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http://ibprairies.org/?page=buy-reglan For Grammy Award-winning Indian percussionist T.H. Vinayakram, fondly known as Vikku Vinayakram, the audience is his award and he performs keeping its taste in mind at every concert.
http://ashbournefarmsupplies.com/shop/agricultural-clothing-footwear/footware/border-adult-wellingtons/ “For me the award is my audience. Every concert is an award for me… and the audience reaction. Before a concert, I don’t have any plans in my mind before getting on the stage,” Vinayakram, 75, told IANS in an interview on the sidelines of the recently-concluded five-night Bengal Foundation’s Bengal Classical Music Festival.
Along with son V. Selvaganesh and grandson S. Swaminathan, a unique case of three generations performing together, the Padma Bhushan award winner took the third day of the event by storm, giving it a rock concert-like feel and producing heart-racing sounds that got every single person watching the recital on their feet and clapping hard.
Gleaming with satisfaction while mentioning the 3G connect in his family (three generations playing together), Vinayakram said the future of Indian percussion is fine as youngsters are coming back to traditional music.
“The instrument which I play and the one my son plays (kanjeera) used to be called ‘side-mans’. It means you can use it or not. The main instrument is the Mridangam. If you see a concert, you won’t see it without a Mridangam but you can see one without the ghatam.
“Now it has all changed. Because of the media, the percussion world has opened now. People have started learning this instrument now and it is getting popular. The youngsters are now Western but when it comes to playing instruments, they are still traditional. It’s like a cycle.
“Maybe in the middle, the focus was more on Western instruments, but it’s coming back now (to Indian instruments). The youngsters are taking it very seriously. They want to keep the culture (alive),” he explained.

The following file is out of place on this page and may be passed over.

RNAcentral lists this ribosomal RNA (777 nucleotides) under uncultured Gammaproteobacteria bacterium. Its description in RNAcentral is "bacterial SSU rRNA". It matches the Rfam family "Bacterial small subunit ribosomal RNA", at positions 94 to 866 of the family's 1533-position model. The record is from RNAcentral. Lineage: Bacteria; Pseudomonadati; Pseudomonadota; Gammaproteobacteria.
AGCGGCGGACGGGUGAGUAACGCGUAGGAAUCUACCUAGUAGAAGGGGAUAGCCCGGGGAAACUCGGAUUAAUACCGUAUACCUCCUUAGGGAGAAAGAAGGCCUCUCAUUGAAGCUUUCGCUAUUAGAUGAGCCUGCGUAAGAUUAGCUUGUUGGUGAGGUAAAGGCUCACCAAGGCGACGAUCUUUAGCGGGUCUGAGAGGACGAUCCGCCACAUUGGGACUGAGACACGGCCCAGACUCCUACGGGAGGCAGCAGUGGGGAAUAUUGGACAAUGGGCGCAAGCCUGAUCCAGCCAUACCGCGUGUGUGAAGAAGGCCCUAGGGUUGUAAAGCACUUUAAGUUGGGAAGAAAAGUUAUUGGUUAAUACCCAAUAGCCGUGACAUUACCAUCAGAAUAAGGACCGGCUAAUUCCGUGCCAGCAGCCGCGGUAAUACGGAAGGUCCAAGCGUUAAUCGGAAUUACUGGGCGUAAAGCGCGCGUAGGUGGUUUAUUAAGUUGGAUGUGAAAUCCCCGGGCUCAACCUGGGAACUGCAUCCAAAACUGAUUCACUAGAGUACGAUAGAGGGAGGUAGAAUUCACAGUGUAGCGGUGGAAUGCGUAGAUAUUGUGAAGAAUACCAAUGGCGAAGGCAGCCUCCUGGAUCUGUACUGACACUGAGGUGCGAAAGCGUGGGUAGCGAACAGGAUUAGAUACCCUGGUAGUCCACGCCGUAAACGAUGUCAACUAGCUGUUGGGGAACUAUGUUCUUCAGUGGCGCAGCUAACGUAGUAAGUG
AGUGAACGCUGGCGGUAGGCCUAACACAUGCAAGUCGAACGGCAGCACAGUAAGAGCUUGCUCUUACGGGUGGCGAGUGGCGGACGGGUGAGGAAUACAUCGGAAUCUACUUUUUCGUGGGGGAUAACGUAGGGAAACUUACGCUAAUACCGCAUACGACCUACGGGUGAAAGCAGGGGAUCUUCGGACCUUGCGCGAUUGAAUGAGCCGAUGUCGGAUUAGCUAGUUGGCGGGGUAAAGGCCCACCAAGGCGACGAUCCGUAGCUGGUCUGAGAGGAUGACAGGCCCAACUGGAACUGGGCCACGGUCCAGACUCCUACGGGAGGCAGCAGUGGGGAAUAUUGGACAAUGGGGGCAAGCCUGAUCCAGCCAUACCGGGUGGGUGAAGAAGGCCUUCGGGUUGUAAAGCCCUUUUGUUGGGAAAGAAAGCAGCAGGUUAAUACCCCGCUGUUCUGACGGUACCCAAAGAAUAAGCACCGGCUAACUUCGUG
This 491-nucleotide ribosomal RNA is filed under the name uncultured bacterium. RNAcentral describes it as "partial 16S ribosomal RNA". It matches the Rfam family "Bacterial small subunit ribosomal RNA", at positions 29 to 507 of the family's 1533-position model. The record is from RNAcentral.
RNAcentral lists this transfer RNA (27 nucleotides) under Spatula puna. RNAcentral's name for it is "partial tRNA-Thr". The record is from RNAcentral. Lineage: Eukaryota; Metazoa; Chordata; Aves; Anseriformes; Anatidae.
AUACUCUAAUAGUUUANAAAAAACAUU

It was Vinayakram who popularised the ghatam, so much so that tabla legend Zakir Hussain would always take him along on concerts to play the instrument.
Sitting beside him, Vinayakram’s son Selvaganesh, a former member of the original Shakti, a quintet which combined elements of traditional Indian music with elements of jazz, said he is fortunate to not play the ghatam as it allowed him to be part of the band and rub shoulders with Zakir Hussain.
The band consisted English guitarist John McLaughlin, Zakir Hussain (tabla), the later U. Srinivas (mandolin), Shankar Mahadevan (vocal), and Selvaganesh (kanjeera, ghatam, mridangam).
“Me and my son play the same instrument (kanjeera) but I am lucky because, had I played the ghatam, I would not have got a chance to play with my father and Zakir (Hussain) bhai.
“For Zakir bhai, ghatam means Viku. I got an opportunity to play with Zakir bhai because I am a kanjeera player,” the 45-year old said.
On his father’s 1991 Grammy-winning feat, Selvaganesh said: “When he won the Grammy we did not realise what it was. Every year he gets an award. Since his 20s he has been getting one or the other award every year — and now he is 75. For him, an award is like the second day of the New Year.
“So when he won the Grammy, we all felt, ‘Ok, it must be one of those awards’. But later on, when we got to know what the Grammy is, we were, ‘Oh my God, my dad is a Grammy winner’.”
Divulging 3G’s future plans, Selvaganesh signed off by saying they recently did a concert in Bengalure involving 75 ghatam players.
“They had a group, split for symphony. Overall we want to do that once more and take it to different places with composed music. So that’s the future plan.”